If this is your approach, what's your sense of how your ‘retreat’ energy impacts the connection between you and your child?

Finally, if you see the balancing, service-oriented stance in yourself, you feel drawn to move ‘with’ people. You probably focus on serving the needs of others, meeting expectations and creating a secure environment. In your parenting, you may be prone to pushing your kids for perfection and stressing them out, all because you earnestly want them to "reach their potential". You may strive to give them a smooth life at the expense of allowing them to experience disappointment. Or you may over-emphasize responsibility and working for the good of the community while not giving them room to express their gifts in their own way.

How might your ‘compliance’ energy affect your relationship with your child?

Same or different?

Knowing your usual social stance may shed light on some areas of discord in your relationship with your young adult child.

For example, if you tend to withdraw and your child is assertive, you may find yourself at odds energetically. You may feel uncomfortable with your son or daughter as they pull you into the center of the action. Or you may subtly hold them back when they are eager to take their place and get the party going. Later you feel hurt that they ditched you. Or they’re annoyed with you and neither one of you really knows why. (I'm speaking from experience here.)

Here's another example: You feel frustrated that your child isn’t standing up for themselves at work. You hear about a manipulative co-worker and you know exactly what you would do. You ask, somewhat emphatically, “Why don’t you just say no and tell your boss what really happened?” And then your child shrinks a little, says they’ll try and walks away, leaving an awkward chasm between you. How easily these differences lead to confusion, resentment, uneasiness and conflict. As you feel into this now, how might you honour these differences and still stay connected with your kid? Think of specific circumstances that may arise and what you could say or do. And if you have a social energy that's similar to your child's, that can create some difficult dynamics too. Like two assertive types both vying for attention, two of you scoping from the sidelines or two compliant types tripping over each other to be the most helpful. If this is your situation and it causes disconnection between you and your child, what might be your new move when this comes up next?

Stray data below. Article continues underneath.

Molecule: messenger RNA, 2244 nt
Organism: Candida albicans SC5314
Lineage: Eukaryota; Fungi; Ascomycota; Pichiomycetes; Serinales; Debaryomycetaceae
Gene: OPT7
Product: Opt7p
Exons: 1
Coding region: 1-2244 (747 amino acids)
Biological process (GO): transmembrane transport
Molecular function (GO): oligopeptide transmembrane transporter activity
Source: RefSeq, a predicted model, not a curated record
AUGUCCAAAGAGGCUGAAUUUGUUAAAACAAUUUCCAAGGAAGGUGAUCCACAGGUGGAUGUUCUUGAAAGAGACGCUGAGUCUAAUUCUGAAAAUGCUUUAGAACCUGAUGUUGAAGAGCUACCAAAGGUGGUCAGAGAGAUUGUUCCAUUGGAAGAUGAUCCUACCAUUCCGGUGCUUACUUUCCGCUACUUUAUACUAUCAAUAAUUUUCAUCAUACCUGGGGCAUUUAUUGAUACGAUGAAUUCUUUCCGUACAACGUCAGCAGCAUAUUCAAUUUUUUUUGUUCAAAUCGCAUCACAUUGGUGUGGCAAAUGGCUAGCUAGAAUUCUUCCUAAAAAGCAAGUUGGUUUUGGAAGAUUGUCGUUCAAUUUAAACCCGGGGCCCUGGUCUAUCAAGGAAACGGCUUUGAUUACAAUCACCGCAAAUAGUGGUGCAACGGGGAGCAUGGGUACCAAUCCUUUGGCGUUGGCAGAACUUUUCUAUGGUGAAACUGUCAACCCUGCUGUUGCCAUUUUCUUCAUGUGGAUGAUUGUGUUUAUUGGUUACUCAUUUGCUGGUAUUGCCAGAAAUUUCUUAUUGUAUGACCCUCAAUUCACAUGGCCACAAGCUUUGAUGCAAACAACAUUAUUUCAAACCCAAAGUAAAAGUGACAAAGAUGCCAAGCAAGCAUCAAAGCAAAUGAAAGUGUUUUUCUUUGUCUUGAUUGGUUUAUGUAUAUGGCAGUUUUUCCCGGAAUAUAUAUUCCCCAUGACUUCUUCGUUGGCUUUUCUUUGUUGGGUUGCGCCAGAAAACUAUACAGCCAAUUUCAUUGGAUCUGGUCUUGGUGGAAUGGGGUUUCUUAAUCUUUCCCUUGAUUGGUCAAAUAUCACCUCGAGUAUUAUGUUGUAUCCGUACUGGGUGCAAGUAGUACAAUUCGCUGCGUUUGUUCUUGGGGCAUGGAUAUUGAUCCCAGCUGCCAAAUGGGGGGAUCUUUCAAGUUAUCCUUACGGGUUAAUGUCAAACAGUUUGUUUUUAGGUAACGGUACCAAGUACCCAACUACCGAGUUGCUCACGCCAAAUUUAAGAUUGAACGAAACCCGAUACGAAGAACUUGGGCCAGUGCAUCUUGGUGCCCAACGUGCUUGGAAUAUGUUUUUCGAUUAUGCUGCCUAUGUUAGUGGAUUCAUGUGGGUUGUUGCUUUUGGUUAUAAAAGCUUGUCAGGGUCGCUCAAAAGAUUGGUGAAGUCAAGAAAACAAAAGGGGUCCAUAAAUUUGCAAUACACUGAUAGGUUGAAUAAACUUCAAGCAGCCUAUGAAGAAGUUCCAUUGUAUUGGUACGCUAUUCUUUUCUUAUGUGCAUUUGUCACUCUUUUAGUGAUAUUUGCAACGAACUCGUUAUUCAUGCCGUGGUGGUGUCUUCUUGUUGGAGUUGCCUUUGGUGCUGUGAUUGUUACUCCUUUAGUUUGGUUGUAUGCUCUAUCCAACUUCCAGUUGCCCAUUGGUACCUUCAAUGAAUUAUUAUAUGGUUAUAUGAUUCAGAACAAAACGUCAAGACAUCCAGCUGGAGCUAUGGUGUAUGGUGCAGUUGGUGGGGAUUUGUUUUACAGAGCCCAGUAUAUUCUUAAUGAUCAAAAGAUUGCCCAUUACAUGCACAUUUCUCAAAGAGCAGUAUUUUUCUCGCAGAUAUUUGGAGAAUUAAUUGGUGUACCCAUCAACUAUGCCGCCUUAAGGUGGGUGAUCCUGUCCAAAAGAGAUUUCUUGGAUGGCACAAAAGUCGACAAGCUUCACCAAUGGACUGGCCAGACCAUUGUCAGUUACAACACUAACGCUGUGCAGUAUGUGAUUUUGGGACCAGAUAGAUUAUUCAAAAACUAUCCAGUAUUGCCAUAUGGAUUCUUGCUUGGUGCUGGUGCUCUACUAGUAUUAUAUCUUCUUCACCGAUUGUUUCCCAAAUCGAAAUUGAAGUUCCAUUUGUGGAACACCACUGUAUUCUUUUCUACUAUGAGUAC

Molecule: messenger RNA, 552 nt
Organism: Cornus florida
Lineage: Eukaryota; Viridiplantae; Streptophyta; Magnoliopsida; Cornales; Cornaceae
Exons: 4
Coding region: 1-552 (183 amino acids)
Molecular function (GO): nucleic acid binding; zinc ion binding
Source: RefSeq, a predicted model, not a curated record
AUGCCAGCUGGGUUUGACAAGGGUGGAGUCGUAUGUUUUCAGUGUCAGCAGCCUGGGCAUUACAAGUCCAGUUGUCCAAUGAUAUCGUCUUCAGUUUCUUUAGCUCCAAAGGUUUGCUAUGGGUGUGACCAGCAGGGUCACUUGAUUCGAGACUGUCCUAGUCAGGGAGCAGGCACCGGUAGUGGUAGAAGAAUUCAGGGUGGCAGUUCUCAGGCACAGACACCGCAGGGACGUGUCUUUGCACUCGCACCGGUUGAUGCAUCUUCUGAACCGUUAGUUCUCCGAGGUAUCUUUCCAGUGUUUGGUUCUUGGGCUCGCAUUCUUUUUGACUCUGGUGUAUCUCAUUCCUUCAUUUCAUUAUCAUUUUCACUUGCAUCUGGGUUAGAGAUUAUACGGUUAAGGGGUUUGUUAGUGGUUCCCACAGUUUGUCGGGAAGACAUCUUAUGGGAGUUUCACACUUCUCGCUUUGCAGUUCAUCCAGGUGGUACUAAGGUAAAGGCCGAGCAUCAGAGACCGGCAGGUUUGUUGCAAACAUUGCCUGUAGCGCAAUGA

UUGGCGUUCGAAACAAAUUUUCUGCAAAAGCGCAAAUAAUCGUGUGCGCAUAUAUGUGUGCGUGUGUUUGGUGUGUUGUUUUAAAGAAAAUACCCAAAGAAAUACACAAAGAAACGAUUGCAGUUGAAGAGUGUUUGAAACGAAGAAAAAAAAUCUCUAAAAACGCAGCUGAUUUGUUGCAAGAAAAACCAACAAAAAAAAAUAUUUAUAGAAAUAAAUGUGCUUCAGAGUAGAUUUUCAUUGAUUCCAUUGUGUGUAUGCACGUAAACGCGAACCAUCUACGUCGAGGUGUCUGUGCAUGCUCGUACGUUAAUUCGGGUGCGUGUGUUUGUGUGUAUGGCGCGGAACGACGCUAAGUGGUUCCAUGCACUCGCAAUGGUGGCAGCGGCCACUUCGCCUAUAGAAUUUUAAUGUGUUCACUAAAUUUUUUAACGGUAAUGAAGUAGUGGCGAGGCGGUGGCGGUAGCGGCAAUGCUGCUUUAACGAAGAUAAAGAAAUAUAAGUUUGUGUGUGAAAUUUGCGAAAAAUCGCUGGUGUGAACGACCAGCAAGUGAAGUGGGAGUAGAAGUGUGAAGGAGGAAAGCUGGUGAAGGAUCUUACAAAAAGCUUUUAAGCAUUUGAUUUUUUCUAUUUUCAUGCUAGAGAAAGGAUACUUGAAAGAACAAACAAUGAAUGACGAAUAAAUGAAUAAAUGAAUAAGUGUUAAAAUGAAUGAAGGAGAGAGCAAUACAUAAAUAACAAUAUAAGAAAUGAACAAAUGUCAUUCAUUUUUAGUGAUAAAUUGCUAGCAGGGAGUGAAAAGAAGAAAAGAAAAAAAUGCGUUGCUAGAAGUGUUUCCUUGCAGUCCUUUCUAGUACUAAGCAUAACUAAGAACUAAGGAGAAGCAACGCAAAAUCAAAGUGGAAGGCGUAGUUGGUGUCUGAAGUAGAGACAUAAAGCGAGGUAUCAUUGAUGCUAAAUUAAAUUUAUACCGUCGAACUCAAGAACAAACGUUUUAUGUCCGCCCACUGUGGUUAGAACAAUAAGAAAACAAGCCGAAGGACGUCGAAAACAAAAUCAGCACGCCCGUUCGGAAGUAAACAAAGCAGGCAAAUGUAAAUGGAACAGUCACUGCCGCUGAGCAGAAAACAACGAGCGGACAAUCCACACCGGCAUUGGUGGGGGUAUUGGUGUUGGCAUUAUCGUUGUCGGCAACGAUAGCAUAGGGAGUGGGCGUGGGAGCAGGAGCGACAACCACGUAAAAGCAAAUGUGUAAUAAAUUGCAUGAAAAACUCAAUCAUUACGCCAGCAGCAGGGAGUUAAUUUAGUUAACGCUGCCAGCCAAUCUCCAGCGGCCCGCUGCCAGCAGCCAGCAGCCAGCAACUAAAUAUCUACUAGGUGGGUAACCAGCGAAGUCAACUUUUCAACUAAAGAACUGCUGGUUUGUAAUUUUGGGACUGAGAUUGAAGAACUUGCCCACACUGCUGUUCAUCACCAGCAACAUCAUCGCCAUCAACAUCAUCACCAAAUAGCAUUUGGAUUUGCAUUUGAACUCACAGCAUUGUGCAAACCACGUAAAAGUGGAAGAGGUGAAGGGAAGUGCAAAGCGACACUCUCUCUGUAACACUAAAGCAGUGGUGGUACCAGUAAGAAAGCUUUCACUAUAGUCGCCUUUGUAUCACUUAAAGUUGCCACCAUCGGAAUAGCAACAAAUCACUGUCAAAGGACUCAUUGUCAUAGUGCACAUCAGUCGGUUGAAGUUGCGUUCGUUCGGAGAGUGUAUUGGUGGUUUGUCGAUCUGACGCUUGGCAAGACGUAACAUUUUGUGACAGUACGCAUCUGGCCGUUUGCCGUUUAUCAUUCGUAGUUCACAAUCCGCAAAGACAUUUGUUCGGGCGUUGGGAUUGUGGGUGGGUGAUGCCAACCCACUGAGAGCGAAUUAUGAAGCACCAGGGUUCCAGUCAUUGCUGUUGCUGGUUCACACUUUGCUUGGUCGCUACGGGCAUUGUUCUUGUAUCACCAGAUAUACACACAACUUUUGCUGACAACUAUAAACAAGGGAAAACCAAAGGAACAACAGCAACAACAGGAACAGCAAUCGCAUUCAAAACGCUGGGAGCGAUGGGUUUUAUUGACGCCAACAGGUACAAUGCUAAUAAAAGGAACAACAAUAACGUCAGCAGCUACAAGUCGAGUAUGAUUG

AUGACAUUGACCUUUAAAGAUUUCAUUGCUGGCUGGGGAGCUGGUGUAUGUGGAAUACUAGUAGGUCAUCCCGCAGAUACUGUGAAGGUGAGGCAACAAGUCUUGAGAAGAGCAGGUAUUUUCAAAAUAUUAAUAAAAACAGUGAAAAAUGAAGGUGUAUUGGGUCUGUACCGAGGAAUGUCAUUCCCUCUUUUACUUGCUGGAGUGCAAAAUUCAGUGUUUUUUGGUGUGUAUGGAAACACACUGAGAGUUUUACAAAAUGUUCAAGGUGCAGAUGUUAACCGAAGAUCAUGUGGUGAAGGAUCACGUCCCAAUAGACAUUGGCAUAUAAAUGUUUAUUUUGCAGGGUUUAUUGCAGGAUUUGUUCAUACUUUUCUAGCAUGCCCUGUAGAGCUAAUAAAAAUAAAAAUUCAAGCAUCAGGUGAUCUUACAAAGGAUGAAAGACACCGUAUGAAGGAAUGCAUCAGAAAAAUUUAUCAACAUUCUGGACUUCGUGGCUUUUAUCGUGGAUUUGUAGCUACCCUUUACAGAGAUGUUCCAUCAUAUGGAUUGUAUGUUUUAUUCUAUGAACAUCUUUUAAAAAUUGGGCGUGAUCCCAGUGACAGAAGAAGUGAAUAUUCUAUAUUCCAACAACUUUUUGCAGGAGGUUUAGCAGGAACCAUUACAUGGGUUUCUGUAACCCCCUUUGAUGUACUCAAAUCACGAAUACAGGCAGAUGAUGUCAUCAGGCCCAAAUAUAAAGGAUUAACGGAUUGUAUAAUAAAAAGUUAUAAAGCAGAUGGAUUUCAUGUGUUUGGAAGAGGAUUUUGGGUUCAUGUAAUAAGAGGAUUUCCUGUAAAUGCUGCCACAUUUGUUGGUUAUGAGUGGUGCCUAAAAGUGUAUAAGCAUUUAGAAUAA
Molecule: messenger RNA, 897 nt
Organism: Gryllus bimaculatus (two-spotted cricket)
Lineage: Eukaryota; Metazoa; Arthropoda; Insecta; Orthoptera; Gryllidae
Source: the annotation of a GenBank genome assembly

Supporting Their Development (and yours)

While we all have a dominant social approach, we also have access to the two other approaches, which we can develop. I’m guessing that you’re already thinking of times when you wished you had been more forceful, more cooperative or more reserved. It’s the same for all of us – it takes practice. So, consider setting an intention for your next meeting or dinner party. How can you bring a bit more of a different stance into your interactions?

Noticing how your child moves – against, away from or with people - may also show you opportunities to support them to develop the other approaches in themselves. I’m not suggesting that you tell them to take another approach (yikes). Instead, how might you gently bring this topic into a conversation? What questions could you ask to help them know themselves a little better? What stories might you share to plant a seed? ~

There is beauty and goodness inherent every personality. And there are millions of right ways of going along in this human journey. May we be tuning in to our big kids' energy with curiosity and sensitivity to their way. And loving all of who they are and how they do their life.

REFLECTION QUESTIONS Is your dominant social stance the same or different from your child's and how does that affect your relationship? How can you use this lens to help your child see themselves or develop new capabilities? How can it support your connection with them?

With you on the journey,